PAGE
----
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Why Russia and the West Cannot Dump Each Other Over Ukraine

Published: July 24, 2014 (Issue # 1821)



  • U.S. President Barack Obama delivered a statement on the situation in Ukraine, on the South Lawn of the White House, Monday.
    Photo: Pete Souza / Whitehouse.gov

As the initial shock over the Malaysia Airlines plane disaster in Ukraine subsides, the governments of Russia and the U.S. appear to be adopting a more conciliatory rhetoric toward each other, demonstrating the constraints that drive their foreign policies.

While the U.S. attempted to consolidate all major Western powers in an attempt to isolate Russia, all the individual states have their own economic and political interests at stake that they were ultimately unwilling to sacrifice for the common goal, pundits said Wednesday.

"The anti-Russian rhetoric is only a cover directed at the internal public in these countries. At the core there are tangible interests that ultimately drive foreign policy," said Mikhail Pogrebinsky, director of the Kiev-based Center of Political Studies and Conflictology.

"All parties have already got public opinion at home into the shape that they desired. This goal is fulfilled and now they need to see how they will cooperate with Russia in the new situation," he said in a phone interview from Kiev.

Mutual Dependence

Russia and the West are locked in mutual cooperation in resolving Iran's nuclear program. The U.S. largely depends on Russia for moving troops and military equipment away from Afghanistan through NATO's northern distribution network and transportation hub in the Russian city of Ulyanovsk, and also for maintaining security in Central Asia.

In addition, according to many analysts, Russia's participation is essential in international efforts to resolve the ongoing war in Syria and the most recent wave of violence in Iraq.

Russia and Europe's bilateral trade was worth more than $400 billion in 2012, according to EU figures.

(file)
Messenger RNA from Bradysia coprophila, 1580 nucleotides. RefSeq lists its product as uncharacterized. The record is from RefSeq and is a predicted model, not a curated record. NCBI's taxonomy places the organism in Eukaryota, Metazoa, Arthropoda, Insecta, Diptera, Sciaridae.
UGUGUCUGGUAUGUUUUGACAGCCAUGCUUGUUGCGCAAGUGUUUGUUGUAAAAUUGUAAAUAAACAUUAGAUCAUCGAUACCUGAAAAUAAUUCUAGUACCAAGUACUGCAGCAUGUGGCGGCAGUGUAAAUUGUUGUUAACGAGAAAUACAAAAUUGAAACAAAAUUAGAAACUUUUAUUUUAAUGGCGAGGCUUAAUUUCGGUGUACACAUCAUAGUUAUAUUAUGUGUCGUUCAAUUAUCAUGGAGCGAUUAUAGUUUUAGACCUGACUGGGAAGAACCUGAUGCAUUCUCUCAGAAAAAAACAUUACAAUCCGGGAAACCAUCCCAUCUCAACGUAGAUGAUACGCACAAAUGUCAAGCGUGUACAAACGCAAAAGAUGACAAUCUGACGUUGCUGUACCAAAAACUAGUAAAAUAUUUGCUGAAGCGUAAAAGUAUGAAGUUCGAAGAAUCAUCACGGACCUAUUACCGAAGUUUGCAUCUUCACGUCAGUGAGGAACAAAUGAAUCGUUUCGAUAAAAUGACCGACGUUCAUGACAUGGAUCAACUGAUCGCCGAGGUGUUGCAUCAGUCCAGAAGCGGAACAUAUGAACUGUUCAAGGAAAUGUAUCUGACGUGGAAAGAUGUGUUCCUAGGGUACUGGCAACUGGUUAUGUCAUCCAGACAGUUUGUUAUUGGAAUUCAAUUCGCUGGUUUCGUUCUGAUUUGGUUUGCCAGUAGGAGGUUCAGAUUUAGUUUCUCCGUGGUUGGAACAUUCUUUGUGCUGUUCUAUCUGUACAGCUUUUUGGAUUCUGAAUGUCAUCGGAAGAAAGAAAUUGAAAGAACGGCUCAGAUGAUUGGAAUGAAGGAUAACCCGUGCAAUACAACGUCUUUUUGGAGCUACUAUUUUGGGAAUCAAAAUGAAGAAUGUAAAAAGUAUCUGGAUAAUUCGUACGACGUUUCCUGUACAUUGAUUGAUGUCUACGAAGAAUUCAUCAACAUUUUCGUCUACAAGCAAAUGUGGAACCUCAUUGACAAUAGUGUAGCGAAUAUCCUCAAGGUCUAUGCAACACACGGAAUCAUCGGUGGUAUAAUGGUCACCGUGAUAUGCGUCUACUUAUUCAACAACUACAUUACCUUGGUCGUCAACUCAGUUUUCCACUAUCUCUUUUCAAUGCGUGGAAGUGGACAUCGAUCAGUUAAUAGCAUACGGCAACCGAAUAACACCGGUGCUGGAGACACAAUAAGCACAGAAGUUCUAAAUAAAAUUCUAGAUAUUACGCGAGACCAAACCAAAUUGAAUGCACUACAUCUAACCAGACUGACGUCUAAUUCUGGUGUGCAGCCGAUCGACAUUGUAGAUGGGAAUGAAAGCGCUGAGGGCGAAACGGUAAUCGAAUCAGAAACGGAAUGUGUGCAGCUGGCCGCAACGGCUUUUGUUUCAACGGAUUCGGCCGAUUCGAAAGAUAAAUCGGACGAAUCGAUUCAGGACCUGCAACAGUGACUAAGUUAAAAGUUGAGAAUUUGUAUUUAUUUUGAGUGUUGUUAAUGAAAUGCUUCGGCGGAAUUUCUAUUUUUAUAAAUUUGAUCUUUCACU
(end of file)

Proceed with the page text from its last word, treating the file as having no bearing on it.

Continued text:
About 6,000 German companies do business in Russia, while the jobs of 350,000 German workers depend on Russian trade, according to the Committee on Eastern European Economic Relations, an organization representing Germany's main business lobbies.

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ALL ABOUT TOWN

Saturday, Oct. 25


AVA Expo, the eighth edition of the event revolving around all things pop, returns to Lenexpo this weekend. Geeks, nerds, dweebs and dorks will have their chance to talk science fiction and explore a variety of international pop culture. Tickets for the event can be purchased on their website at avaexpo.ru.



Sunday, Oct. 26


Zenit St. Petersburg returns home for the first time in nearly a month as they host Mordovia Saransk in a Russian Premier League game. Currently at the top of the league thanks to their undefeated start to the season, the northern club hopes to extend the gap between them and second-place CSKA Moscow and win the title for the first time in three years. Tickets are available at the stadium box office or on the club’s website.



Monday, Oct. 27


Today marks the end of the art exhibit “Neophobia” at the Erarta Museum. Artists Alexey Semichov and Andrei Kuzmin took a neo-modernist approach to represent the array of fears that are ever-present throughout our lives. Tickets are 200 rubles ($4.90).



Tuesday, Oct. 28


The Domina Prestige St. Petersburg hotel plays host to SPIBA’s Marketing and Communications Committee’s round table discussion on “Government Relations Practices in Russia” this morning. The discussion starts at 9:30 a.m. and participation must be confirmed by Oct. 24.



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